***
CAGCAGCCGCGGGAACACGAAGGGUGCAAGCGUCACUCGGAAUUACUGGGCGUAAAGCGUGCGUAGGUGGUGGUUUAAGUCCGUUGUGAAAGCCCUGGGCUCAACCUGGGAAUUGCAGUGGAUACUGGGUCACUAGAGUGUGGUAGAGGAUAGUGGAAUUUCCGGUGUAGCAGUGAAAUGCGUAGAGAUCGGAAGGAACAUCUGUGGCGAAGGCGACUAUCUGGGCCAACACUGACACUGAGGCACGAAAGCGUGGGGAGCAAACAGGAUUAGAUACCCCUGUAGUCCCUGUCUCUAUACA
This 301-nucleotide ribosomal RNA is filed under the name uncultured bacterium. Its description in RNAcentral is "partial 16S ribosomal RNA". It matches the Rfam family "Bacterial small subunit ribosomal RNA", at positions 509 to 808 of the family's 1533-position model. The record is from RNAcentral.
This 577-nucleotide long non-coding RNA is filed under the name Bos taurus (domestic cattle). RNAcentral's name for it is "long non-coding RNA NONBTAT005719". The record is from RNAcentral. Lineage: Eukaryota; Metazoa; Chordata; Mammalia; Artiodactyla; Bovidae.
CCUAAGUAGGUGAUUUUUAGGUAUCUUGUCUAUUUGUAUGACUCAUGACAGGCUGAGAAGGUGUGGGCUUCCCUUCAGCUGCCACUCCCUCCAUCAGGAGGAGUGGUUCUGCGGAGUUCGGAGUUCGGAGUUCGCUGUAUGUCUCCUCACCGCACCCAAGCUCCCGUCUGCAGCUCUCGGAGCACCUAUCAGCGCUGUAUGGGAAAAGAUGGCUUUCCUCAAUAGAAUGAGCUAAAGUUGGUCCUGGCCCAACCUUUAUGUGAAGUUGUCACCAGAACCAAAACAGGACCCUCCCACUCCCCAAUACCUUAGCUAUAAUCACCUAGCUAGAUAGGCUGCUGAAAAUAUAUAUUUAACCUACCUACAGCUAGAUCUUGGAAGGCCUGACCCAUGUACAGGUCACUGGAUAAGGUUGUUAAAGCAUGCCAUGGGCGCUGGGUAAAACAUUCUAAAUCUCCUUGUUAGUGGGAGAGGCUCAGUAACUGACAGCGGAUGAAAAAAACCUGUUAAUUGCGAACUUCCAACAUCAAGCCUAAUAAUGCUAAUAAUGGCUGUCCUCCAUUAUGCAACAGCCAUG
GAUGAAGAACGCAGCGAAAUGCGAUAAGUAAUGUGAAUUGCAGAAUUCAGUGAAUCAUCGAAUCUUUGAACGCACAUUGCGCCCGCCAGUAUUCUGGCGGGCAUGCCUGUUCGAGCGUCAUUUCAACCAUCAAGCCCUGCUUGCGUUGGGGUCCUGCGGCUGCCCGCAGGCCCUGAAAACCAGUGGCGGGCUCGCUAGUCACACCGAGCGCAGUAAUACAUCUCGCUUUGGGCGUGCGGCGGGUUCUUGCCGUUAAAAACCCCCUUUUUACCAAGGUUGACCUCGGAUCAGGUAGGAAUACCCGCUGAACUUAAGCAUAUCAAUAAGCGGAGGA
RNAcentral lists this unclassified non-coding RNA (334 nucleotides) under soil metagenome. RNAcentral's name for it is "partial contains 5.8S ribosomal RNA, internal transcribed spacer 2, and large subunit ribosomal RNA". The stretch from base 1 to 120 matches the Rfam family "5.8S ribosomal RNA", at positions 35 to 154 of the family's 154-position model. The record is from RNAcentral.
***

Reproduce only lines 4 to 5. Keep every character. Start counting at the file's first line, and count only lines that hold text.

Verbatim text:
CCUAAGUAGGUGAUUUUUAGGUAUCUUGUCUAUUUGUAUGACUCAUGACAGGCUGAGAAGGUGUGGGCUUCCCUUCAGCUGCCACUCCCUCCAUCAGGAGGAGUGGUUCUGCGGAGUUCGGAGUUCGGAGUUCGCUGUAUGUCUCCUCACCGCACCCAAGCUCCCGUCUGCAGCUCUCGGAGCACCUAUCAGCGCUGUAUGGGAAAAGAUGGCUUUCCUCAAUAGAAUGAGCUAAAGUUGGUCCUGGCCCAACCUUUAUGUGAAGUUGUCACCAGAACCAAAACAGGACCCUCCCACUCCCCAAUACCUUAGCUAUAAUCACCUAGCUAGAUAGGCUGCUGAAAAUAUAUAUUUAACCUACCUACAGCUAGAUCUUGGAAGGCCUGACCCAUGUACAGGUCACUGGAUAAGGUUGUUAAAGCAUGCCAUGGGCGCUGGGUAAAACAUUCUAAAUCUCCUUGUUAGUGGGAGAGGCUCAGUAACUGACAGCGGAUGAAAAAAACCUGUUAAUUGCGAACUUCCAACAUCAAGCCUAAUAAUGCUAAUAAUGGCUGUCCUCCAUUAUGCAACAGCCAUG
GAUGAAGAACGCAGCGAAAUGCGAUAAGUAAUGUGAAUUGCAGAAUUCAGUGAAUCAUCGAAUCUUUGAACGCACAUUGCGCCCGCCAGUAUUCUGGCGGGCAUGCCUGUUCGAGCGUCAUUUCAACCAUCAAGCCCUGCUUGCGUUGGGGUCCUGCGGCUGCCCGCAGGCCCUGAAAACCAGUGGCGGGCUCGCUAGUCACACCGAGCGCAGUAAUACAUCUCGCUUUGGGCGUGCGGCGGGUUCUUGCCGUUAAAAACCCCCUUUUUACCAAGGUUGACCUCGGAUCAGGUAGGAAUACCCGCUGAACUUAAGCAUAUCAAUAAGCGGAGGA